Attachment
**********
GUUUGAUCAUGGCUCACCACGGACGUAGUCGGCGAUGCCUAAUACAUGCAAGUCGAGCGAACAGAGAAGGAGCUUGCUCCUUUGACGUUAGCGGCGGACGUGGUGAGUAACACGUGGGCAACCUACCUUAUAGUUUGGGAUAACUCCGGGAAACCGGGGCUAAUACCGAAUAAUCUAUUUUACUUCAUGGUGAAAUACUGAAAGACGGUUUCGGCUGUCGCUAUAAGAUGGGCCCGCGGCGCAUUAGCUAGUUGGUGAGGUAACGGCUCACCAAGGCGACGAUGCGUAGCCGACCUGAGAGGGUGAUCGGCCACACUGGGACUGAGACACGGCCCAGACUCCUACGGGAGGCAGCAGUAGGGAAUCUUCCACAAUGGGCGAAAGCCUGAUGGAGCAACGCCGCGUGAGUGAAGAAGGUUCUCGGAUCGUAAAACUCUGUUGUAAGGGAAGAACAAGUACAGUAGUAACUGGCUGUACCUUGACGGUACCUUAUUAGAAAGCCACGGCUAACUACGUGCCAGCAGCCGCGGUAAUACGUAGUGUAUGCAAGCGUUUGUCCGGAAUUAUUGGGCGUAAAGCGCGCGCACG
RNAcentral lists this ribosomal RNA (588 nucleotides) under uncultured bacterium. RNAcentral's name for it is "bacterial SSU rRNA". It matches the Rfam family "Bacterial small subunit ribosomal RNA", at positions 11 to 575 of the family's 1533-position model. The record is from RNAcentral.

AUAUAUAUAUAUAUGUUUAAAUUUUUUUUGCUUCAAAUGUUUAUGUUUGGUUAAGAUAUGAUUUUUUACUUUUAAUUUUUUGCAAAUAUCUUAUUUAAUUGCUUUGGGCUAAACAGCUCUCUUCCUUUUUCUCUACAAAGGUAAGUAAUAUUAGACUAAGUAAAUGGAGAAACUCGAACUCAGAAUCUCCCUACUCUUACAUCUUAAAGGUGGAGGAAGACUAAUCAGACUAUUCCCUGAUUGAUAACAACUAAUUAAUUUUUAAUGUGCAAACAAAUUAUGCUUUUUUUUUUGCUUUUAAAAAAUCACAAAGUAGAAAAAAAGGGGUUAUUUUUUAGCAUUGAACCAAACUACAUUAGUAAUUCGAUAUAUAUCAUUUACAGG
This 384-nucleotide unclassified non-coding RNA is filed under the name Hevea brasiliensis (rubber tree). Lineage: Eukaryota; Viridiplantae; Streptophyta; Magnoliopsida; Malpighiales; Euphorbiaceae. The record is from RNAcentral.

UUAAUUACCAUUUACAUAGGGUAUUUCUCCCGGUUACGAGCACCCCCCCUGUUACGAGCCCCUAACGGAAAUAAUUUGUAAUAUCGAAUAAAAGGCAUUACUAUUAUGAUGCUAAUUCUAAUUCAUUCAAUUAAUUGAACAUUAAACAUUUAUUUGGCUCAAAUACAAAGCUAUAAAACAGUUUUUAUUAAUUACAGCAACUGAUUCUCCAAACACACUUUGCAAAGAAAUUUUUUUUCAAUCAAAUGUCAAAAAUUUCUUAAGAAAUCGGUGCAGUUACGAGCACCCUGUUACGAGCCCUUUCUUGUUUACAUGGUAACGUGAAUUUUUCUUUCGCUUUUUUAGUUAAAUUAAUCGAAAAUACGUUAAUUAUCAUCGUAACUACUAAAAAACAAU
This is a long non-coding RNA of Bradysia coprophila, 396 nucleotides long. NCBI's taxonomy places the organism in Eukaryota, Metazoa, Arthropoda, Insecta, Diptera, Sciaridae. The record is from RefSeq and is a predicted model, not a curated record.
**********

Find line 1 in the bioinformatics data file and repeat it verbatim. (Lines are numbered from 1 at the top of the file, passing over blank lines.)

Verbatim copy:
GUUUGAUCAUGGCUCACCACGGACGUAGUCGGCGAUGCCUAAUACAUGCAAGUCGAGCGAACAGAGAAGGAGCUUGCUCCUUUGACGUUAGCGGCGGACGUGGUGAGUAACACGUGGGCAACCUACCUUAUAGUUUGGGAUAACUCCGGGAAACCGGGGCUAAUACCGAAUAAUCUAUUUUACUUCAUGGUGAAAUACUGAAAGACGGUUUCGGCUGUCGCUAUAAGAUGGGCCCGCGGCGCAUUAGCUAGUUGGUGAGGUAACGGCUCACCAAGGCGACGAUGCGUAGCCGACCUGAGAGGGUGAUCGGCCACACUGGGACUGAGACACGGCCCAGACUCCUACGGGAGGCAGCAGUAGGGAAUCUUCCACAAUGGGCGAAAGCCUGAUGGAGCAACGCCGCGUGAGUGAAGAAGGUUCUCGGAUCGUAAAACUCUGUUGUAAGGGAAGAACAAGUACAGUAGUAACUGGCUGUACCUUGACGGUACCUUAUUAGAAAGCCACGGCUAACUACGUGCCAGCAGCCGCGGUAAUACGUAGUGUAUGCAAGCGUUUGUCCGGAAUUAUUGGGCGUAAAGCGCGCGCACG